The ikflitsmee campaign in Belgium has encouraged citizens to send in locations where they believe speeding is a problem in order for the police to invest in safety measures.
As much as local authorities try to, they aren’t able to stop every single civic infraction because they only have a limited number of eyes on the street. However, smartphones have already enabled councils to crowdsource details of law breaches, through apps such as Parking Mobility that let users log when a driver is using a disabled parking bay without a licence. Now the ikflitsmee campaign in Belgium has encouraged citizens to send in locations where they believe speeding is a problem in order for the police to invest in safety measures.
Open until April 10, anyone could log onto the ikflitsmee website to nominate locations such as schools, playgrounds or sharp turns in the road where speeding is a particular problem. The initiative spanned the whole country, involving both local and Federal police forces. After receiving more than 50,000 suggestions, those forces were then invited to check the pinned locations near to them to see if a speed camera would be a feasible solution. The website gets residents to flag up the areas they know to be dangerous and helps authorities by creating an instant data resource to plan future audits.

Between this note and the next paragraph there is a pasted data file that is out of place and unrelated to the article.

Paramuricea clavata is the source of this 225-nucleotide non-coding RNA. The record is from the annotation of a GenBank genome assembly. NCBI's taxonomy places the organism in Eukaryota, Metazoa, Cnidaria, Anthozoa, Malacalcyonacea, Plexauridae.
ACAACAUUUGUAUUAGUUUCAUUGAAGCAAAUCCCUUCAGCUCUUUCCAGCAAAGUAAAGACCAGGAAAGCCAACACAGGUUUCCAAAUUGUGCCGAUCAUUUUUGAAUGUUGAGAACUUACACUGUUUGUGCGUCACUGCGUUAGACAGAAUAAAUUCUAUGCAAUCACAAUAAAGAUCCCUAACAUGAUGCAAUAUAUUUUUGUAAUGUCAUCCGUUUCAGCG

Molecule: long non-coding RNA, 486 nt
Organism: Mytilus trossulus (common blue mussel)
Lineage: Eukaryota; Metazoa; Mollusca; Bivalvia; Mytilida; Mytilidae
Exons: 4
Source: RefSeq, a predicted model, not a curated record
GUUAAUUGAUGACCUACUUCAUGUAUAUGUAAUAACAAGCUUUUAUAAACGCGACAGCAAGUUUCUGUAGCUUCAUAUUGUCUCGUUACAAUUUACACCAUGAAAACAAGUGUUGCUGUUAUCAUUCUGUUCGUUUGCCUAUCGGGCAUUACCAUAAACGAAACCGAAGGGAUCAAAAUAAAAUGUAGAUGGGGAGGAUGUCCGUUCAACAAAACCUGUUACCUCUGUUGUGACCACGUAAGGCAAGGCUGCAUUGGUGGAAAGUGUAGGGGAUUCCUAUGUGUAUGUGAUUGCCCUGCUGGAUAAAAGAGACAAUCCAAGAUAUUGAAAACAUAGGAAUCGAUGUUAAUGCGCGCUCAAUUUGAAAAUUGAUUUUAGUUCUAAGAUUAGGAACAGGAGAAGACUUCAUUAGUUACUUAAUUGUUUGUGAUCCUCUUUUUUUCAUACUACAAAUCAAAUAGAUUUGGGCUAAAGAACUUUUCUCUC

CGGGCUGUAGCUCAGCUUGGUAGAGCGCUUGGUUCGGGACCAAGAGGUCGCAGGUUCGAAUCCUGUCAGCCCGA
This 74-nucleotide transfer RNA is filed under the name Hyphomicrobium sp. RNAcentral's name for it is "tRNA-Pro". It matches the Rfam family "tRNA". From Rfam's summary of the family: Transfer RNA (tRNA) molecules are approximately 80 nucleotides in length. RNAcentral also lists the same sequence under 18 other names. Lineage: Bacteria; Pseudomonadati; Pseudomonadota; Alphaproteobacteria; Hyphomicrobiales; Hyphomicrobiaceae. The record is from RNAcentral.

By asking residents to show them where potential speeders are, local authorities can curb accidents and deliver more fines to culprits, boosting their revenue. At the same time, citizens feel empowered and involved in the improvement of road safety in the country. Are there other ways to tap citizens’ smartphones for more rapid gathering of data that can help councils improve their service to the community?